In the IELTS Speaking test, you will have a discussion with a certified examiner. It will be interactive and as close to a real-life situation as a test can get.

The IELTS Speaking test is 11-14 minutes long and is in three parts.

Part 1

You will answer questions about yourself and your family.

Part 2

You will speak about a topic.

Part 3

You will have a longer discussion about the topic introduced in Part 2.


The IELTS Speaking test is the same for both IELTS Academic and IELTS General Training tests.


IELTS Speaking Part 1

In part 1 of the IELTS Speaking test the examiner will introduce him or herself and ask general questions on familiar topics. First, the examiner will ask you to confirm your identity. He or she will then ask general questions on familiar topics such as home, family, work, studies and interests. Part 1 of the test will last 4-5 minutes.

IELTS Speaking Part 2

In part 2 of the IELTS Speaking test you will be given a task card on a particular topic, and this will include key points that you should talk about. This section of the Speaking test gives you the opportunity to speak for longer on a topic.

You will be given one minute to prepare to talk about the topic on the task card.  A pencil and paper will be provided for you to make notes. You will have to talk for 1-2 minutes, and then the examiner will ask you one or two questions on the same topic. Part 2 takes 3-4 minutes in total.

IELTS Speaking Part 3

In part 3 of the IELTS Speaking test the examiner will ask further questions which are connected to the topics  discussed in part 2. 

This part of the test is designed to give you the opportunity to talk about more abstract issues and ideas. It is a two-way discussion with the examiner, and will last 4-5 minutes.


The examiners award marks under four headings:

FLUENCY AND COHERENCE: speaking in a continuous way, without unnatural hesitation, and organising your thoughts and speech in a logical way.

LEXICAL RESOURCE: using a range of vocabulary appropriate to the topic.

GRAMMATICAL RANGE AND ACCURACY: using a range of grammatical forms, including more complex forms, with a reasonable degree of accuracy.

PRONUNCIATION: speaking so that you can be understood by the examiner.



  • Speak clearly and loudly. Make sure you are heard, but do not yell.
  • Keep eye contact with the examiner, even if he or she looks away or makes notes. If the examiner is writing, looking away, or not smiling, this does not mean that you are doing badly. It just means they are doing their job.
  • Ask the examiner to repeat or explain a question if the task is unclear.
  • You need to sound natural and not as if you have learnt answers by heart. Be spontaneous and relevant.
  • Focus on the task and respond precisely to the question the examiner is asking you.
  • In Part 1, state your answer and then expand, if possible.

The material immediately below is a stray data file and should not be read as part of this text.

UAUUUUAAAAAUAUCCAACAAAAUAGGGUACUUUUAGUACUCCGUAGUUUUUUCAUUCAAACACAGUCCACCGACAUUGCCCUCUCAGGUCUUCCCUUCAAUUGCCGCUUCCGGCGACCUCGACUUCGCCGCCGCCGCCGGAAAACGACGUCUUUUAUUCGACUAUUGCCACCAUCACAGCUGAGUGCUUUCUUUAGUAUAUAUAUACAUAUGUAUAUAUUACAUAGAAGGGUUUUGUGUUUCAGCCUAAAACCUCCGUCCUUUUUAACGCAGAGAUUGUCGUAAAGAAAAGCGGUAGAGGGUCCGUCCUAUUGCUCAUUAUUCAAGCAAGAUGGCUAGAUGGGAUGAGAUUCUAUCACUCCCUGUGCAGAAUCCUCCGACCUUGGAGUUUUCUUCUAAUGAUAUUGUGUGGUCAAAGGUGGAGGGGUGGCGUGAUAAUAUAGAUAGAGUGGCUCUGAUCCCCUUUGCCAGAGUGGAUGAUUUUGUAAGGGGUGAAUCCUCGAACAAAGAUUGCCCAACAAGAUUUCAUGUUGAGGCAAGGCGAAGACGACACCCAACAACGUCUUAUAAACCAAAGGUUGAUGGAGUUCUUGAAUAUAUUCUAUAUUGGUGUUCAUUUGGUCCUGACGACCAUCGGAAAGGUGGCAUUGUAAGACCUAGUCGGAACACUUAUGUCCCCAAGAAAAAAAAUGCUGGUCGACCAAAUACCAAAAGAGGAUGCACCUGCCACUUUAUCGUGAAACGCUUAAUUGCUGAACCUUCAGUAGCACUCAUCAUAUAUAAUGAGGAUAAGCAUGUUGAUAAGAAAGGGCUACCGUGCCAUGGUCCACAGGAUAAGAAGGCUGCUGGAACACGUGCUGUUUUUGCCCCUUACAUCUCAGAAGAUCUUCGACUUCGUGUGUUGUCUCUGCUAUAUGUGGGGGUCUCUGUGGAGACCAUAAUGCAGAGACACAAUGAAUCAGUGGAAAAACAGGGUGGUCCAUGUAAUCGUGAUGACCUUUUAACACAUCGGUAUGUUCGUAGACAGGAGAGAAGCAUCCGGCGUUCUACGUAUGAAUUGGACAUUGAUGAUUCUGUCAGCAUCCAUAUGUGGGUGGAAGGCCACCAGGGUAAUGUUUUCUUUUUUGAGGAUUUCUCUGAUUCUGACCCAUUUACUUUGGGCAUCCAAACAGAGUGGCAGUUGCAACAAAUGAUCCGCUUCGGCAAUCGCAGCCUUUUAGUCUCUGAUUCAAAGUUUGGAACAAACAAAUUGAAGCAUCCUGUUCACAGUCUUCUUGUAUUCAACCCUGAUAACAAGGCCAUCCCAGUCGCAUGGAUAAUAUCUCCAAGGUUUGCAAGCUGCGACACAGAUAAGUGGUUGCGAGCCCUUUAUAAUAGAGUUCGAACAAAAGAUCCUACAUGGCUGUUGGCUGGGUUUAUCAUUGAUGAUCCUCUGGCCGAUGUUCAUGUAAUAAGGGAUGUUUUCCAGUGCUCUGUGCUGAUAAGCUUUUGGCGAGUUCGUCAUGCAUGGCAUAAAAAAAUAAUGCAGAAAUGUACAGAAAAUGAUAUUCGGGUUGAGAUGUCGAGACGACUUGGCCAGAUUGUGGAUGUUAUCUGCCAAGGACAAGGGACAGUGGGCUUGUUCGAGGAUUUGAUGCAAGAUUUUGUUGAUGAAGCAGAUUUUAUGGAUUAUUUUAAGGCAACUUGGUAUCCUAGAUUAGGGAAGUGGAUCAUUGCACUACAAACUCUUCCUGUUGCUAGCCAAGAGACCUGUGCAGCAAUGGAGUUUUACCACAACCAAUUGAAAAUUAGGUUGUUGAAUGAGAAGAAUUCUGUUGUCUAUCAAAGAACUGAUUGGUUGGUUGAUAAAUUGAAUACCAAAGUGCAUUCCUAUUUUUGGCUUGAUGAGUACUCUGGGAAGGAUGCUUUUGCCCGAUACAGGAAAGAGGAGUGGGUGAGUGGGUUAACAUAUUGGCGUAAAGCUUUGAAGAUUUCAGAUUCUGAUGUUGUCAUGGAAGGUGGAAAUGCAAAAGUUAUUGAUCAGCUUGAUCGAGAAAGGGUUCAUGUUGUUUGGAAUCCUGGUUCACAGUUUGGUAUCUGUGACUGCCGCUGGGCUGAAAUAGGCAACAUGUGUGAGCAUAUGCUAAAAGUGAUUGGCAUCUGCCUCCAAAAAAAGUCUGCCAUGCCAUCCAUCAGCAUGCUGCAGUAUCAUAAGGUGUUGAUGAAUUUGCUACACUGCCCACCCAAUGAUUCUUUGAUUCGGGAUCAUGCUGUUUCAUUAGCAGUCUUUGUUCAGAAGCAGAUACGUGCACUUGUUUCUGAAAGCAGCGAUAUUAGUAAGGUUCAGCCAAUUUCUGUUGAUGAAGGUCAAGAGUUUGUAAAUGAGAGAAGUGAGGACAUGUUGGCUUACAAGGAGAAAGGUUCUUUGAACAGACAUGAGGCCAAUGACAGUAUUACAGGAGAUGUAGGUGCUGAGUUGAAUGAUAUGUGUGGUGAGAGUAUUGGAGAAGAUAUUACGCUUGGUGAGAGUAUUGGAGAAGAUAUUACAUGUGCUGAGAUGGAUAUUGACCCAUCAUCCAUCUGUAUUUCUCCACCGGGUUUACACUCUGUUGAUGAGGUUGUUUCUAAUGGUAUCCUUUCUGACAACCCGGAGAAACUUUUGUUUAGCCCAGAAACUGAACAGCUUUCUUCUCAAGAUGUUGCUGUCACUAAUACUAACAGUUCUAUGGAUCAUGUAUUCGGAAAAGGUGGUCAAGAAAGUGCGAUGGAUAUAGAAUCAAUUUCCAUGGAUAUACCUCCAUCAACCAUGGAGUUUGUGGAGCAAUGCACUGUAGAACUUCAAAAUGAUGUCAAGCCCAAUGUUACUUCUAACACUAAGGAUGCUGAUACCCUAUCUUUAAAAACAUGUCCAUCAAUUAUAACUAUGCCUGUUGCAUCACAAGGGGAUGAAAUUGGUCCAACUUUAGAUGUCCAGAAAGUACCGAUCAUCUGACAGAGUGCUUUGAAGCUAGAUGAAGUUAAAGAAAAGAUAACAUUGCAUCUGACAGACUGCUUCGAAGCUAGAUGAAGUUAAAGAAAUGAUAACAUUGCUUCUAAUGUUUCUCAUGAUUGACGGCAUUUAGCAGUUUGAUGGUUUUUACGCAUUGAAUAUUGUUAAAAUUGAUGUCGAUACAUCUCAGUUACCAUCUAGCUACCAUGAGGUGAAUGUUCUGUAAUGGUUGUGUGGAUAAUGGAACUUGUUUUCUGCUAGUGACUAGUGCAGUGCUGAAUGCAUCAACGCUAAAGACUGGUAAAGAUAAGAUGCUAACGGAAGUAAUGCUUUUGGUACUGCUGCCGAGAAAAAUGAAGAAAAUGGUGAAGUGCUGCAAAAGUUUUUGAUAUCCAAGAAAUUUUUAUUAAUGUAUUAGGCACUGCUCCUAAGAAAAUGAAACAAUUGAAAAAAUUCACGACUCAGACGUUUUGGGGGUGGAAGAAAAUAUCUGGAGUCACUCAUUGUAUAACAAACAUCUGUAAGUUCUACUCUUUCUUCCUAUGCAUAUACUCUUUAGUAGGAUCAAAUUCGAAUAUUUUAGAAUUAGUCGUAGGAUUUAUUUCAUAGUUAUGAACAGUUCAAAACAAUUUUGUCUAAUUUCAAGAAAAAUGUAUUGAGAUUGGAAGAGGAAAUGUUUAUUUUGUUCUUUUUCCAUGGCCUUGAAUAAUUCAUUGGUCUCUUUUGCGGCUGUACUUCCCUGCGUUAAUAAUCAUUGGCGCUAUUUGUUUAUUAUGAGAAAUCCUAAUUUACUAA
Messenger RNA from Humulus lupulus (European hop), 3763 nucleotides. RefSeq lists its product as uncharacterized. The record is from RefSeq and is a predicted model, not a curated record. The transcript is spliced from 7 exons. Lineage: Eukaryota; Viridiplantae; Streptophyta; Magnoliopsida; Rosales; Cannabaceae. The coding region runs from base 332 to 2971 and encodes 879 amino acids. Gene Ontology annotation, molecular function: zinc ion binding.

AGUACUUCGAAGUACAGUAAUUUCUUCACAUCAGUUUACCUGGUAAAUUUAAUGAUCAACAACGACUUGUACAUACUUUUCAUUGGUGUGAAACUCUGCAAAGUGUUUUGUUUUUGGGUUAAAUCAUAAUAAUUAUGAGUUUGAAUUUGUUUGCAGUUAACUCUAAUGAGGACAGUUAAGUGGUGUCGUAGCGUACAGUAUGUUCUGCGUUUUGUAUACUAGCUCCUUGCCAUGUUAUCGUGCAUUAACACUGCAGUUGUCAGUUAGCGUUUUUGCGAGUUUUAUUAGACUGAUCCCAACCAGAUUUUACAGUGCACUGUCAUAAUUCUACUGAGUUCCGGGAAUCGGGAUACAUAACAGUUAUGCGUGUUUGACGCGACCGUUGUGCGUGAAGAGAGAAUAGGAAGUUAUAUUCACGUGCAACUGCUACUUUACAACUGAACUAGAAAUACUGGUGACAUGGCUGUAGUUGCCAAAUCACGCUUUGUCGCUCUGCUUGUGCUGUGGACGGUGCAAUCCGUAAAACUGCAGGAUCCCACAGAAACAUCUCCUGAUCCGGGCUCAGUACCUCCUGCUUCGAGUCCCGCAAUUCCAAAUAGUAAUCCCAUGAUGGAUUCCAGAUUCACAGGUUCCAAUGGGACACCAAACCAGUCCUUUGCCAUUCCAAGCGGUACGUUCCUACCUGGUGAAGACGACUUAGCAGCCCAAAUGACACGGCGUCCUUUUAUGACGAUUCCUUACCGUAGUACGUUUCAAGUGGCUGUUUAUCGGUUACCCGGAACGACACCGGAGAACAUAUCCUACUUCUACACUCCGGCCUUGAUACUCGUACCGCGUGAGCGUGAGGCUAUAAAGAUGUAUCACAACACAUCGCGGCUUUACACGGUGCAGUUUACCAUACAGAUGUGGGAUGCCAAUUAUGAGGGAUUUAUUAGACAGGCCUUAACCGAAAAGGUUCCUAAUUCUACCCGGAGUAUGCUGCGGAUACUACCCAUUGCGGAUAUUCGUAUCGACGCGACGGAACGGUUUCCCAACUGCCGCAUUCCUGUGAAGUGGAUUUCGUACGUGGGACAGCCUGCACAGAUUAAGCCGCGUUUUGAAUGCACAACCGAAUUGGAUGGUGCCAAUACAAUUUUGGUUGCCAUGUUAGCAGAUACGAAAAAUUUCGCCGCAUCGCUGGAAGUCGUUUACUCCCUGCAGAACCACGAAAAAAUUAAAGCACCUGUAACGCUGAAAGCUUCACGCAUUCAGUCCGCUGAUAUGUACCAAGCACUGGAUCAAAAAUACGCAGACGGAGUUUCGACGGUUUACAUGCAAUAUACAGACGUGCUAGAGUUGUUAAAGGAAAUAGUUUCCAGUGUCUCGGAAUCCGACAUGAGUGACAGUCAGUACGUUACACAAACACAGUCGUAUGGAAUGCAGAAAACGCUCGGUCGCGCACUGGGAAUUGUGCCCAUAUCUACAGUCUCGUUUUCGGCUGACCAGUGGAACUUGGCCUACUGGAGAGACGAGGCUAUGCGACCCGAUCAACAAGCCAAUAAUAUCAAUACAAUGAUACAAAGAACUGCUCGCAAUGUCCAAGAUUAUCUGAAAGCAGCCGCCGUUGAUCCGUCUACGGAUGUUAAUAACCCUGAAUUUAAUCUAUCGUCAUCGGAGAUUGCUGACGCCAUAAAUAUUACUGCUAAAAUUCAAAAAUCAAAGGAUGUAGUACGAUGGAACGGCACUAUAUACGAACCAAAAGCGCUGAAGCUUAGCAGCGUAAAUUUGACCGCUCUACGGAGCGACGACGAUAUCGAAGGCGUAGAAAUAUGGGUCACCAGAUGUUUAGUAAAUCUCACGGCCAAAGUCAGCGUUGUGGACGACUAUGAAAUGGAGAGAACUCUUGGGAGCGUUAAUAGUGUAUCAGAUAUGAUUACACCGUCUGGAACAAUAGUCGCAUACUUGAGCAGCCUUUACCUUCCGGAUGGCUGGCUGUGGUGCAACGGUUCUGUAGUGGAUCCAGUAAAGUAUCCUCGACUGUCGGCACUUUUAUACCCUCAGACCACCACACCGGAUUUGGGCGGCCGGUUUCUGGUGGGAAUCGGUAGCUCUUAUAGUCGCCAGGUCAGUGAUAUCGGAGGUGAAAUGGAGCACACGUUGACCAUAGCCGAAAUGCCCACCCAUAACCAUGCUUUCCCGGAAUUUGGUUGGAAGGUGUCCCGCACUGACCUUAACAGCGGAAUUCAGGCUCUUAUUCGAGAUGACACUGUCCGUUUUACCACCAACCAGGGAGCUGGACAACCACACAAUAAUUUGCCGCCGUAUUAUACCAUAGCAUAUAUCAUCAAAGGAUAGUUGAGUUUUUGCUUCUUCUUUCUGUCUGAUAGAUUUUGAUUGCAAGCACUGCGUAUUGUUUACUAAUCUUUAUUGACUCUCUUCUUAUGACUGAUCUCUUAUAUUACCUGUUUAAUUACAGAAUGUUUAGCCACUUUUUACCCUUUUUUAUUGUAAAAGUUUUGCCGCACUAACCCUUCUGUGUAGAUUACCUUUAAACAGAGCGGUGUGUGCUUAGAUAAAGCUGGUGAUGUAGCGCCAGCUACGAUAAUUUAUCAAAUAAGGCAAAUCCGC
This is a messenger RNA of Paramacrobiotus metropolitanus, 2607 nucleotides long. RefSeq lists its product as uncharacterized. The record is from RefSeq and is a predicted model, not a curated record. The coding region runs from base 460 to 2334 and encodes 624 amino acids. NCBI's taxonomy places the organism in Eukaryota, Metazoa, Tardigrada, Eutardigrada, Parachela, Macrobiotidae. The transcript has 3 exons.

• In Part 2, make notes to answer the questions on the Task Card. Try to do this in one minute. Don’t waste preparation time writing out full sentences. Make notes of just your key ideas.
  • Make a mind map of some of the vocabulary and ideas you can use. The examiner will be listening to see whether you know a range of words related to the topic.
  • Practise to activate what you know.
  • The examiner will give you one minute to make some notes. During this time, he or she will not talk to you. The notes are not marked and will be thrown away after the test. You cannot take them out of the room.
  • You are NOT impressing the examiner if you start immediately without planning, whatever your level. Always make a brief written plan as it helps to keep you on the subject and stops you from wandering away from the points you are asked about.
  • Remember that you are being checked on your fluency and coherence. Coherence involves following a logical and clear argument. If your talk is not organised, you will lose marks.
  • What if you haven’t got any experience of the topic? Don’t panic! Use your imagination and invent some ideas.
  • Remember that the examiner is testing your ability to speak English, not your views or general knowledge.
  • Concentrate generally on what you are saying rather than being accurate. You will then make fewer mistakes.
  • It is important to speak for at least one full minute during Part 2. You can speak up to two minutes if you can. The examiner will tell you to stop and will then ask a question related to the topic.
  • Introduce your topic clearly at the start of your talk, e.g. ‘I’m going to talk about my first job.’ or ‘What I’d like to talk about is…’
  • At the end of your talk, the examiner will lead you to Part 3 by asking you about a more general aspect of the topic.
  • Give a full answer to each question and take the initiative. Think about how topics can be developed so that you are ready to explore the questions you are asked.
  • Answer each question directly. Don’t talk about something unrelated to the examiner’s question.
  • Try to link your ideas so that your speech flows well.




Sample Task Card 1 + follow-up questions

Sample Task Card 2 + follow-up questions

Sample Task Card 3 + follow-up questions

Sample Task Card 4 + follow-up questions

Sample Task Card 5 + follow-up questions

Sample Task Card 6 + follow-up questions

Sample Task Card 7 + follow-up questions

Sample Task Card 8 + follow-up questions

Sample Task Card 9 + follow-up questions

Sample Task Card 10 + follow-up questions


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